High Court gives Reith reforms 'green light'

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High Court gives Reith reforms 'green light'

In the wake of today's High Court decision, ruling the reduction of awards to 20 allowable matters constitutional, federal Workplace Relations Minister Peter Reith told WorkplaceInfo he wants to pare them back even further.

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In the wake of today's High Court decision, ruling the reduction of awards to 20 allowable matters constitutional, federal Workplace Relations Minister Peter Reith told WorkplaceInfo he wants to pare them back even further.

Australia’s major mining union lost its High Court challenge against the federal Government's industrial laws, and was ordered to pay government costs.

The High Court handed down a 4-3 judgement against the union this morning, rejecting its claim that provisions of the Workplace Relations Act 1996 dealing with award simplification are unconstitutional.

Federal Workplace Relations Minister Peter Reith said the decision was a 'green light' which would bring the award simplification process to some finality.

Mr Reith told WorkplaceInfo that parties had been dragging their heels on allowable matters waiting for the outcome of the case, and there was no longer any reason for them to hold back on finalising their awards.

He also foreshadowed taking two further matters away from the 20 allowed – namely tallies in the meat industry, and union picnic days.

The Minister would not comment on plans to reintroduce unfair dismissal exemptions for small businesses, nor on his previous stated wish to use the corporations powers to bring industrial relations under one federal system. He said he would say more about unfair dismissal exemptions possibly later this week, and would be issuing discussion papers on other matters via his website shortly.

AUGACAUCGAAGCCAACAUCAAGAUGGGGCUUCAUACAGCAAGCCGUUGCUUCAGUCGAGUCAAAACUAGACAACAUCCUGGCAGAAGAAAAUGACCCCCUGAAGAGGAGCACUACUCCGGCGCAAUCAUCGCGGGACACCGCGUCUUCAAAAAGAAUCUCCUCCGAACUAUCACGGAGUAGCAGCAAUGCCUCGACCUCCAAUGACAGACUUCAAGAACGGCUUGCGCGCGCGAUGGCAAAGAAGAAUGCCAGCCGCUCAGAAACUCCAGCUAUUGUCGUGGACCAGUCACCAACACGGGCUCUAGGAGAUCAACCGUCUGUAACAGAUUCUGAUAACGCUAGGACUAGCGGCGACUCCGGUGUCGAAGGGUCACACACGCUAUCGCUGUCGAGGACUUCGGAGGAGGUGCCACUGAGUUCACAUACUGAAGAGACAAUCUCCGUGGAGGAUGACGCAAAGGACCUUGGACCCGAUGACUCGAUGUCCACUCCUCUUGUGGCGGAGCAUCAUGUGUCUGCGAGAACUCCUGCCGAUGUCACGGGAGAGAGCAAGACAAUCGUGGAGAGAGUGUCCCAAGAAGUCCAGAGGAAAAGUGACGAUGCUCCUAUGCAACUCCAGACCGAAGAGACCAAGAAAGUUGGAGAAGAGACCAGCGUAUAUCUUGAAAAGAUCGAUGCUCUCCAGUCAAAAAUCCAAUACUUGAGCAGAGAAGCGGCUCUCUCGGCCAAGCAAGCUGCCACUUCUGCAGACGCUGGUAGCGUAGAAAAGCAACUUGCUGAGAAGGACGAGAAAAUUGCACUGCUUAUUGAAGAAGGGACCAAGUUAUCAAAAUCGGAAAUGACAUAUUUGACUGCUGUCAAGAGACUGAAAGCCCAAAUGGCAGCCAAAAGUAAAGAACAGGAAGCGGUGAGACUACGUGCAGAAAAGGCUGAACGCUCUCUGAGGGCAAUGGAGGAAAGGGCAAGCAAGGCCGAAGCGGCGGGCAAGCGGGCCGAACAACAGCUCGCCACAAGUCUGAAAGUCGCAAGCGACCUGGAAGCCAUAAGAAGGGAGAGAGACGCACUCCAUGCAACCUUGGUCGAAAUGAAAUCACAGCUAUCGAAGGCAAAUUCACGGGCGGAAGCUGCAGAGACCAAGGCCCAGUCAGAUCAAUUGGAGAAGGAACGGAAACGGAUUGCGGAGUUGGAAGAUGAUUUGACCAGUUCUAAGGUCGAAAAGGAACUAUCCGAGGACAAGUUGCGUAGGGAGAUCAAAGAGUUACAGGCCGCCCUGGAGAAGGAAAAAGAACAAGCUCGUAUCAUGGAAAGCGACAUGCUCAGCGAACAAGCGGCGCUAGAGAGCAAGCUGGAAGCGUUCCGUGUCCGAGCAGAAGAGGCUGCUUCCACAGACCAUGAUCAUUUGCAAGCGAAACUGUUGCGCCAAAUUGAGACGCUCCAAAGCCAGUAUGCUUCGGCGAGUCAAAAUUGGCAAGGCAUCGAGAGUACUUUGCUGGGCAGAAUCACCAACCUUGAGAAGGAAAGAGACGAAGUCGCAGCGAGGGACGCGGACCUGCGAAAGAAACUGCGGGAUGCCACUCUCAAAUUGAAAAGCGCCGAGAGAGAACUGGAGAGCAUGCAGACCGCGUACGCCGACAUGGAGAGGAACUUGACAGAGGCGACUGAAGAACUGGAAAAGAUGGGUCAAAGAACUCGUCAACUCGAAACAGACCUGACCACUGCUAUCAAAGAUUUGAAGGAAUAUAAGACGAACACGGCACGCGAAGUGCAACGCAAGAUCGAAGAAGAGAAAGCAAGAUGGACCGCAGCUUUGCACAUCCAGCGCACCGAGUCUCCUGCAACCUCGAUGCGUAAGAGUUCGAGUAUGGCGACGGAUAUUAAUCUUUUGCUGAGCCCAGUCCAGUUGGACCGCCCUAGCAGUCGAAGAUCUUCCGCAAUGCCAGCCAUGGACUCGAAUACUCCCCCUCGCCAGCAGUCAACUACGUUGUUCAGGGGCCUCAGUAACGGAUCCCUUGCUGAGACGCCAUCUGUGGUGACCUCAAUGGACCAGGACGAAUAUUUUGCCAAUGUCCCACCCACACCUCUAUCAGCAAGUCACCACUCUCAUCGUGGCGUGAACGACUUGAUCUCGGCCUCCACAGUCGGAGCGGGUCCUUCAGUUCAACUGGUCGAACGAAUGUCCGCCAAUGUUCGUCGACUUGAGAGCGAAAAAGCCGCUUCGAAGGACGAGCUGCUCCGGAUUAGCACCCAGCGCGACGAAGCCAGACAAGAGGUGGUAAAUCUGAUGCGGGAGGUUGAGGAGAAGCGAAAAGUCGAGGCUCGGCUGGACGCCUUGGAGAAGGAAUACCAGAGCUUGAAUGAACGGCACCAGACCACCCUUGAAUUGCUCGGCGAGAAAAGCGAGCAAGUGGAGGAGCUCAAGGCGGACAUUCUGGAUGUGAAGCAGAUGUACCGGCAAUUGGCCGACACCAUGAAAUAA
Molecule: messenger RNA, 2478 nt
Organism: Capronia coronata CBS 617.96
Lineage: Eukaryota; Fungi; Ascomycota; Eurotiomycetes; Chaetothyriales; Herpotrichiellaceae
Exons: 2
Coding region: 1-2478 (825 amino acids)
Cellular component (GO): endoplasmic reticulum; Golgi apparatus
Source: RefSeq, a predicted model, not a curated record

The Construction, Forestry, Mining and Energy Union says it is not cowed by the result. CFMEU (mining and energy division) general president Tony Maher told WorkplaceInfo that only the playing field had changed.

'The next playing field is Parliament, and if Parliament can legislate out, they can put things back,' he said. Maher said the decision would backfire against the Government, as 'all those who feel cheated by award stripping' would become 'even more determined' to change the government.

'The broader community feels Reith has gone too far. There are real human tragedies associated with his legal adventurism,' Maher said. He predicted the decision would be a 'double-edged sword' for Mr Reith, asking: 'Now that he’s got the Court agreeing Parliament can set wages, what’s he going to do with it? There’ll be a lot of people very apprehensive about that.'

Mr Reith rejected Maher’s claims that the Government should beware of the electorate voting with its feet, saying it was 'not the French Revolution'. 'And apart from the paranoia and leadership of the CFMEU, most Australians wouldn’t know what the allowable matters were,' he said.

The CFMEU argued that the provisions in the Act are invalid because the Constitution does not give Parliament the power to directly legislate terms and conditions of employment.

The union said that, by denying certain provisions of an award any effect, Parliament has effectively legislated the terms and conditions of employment, choosing what it thought should be in or out of an award.

It said this goes way beyond the power given by the Constitution in respect of interstate industrial disputes.

Chief Justice Murray Gleeson, and Justices Bill Gummow, Kenneth Hayne and Ian Callinan denied the CFMEU’s claim, with Justices Mary Gaudron, Michael McHugh and Michael Kirby disagreeing. The seven Justices released six different judgements.

Mr Reith had foreshadowed changes to industrial legislation if the decision had gone against him. Some 1500 awards have been simplified to 20 allowable matters under the legislation so far.

HR Link will cover this case in detail later this week. To view the case on the AustLII website: http://www.austlii.edu.au/au/cases/cth/high_ct/2000/34.html

 
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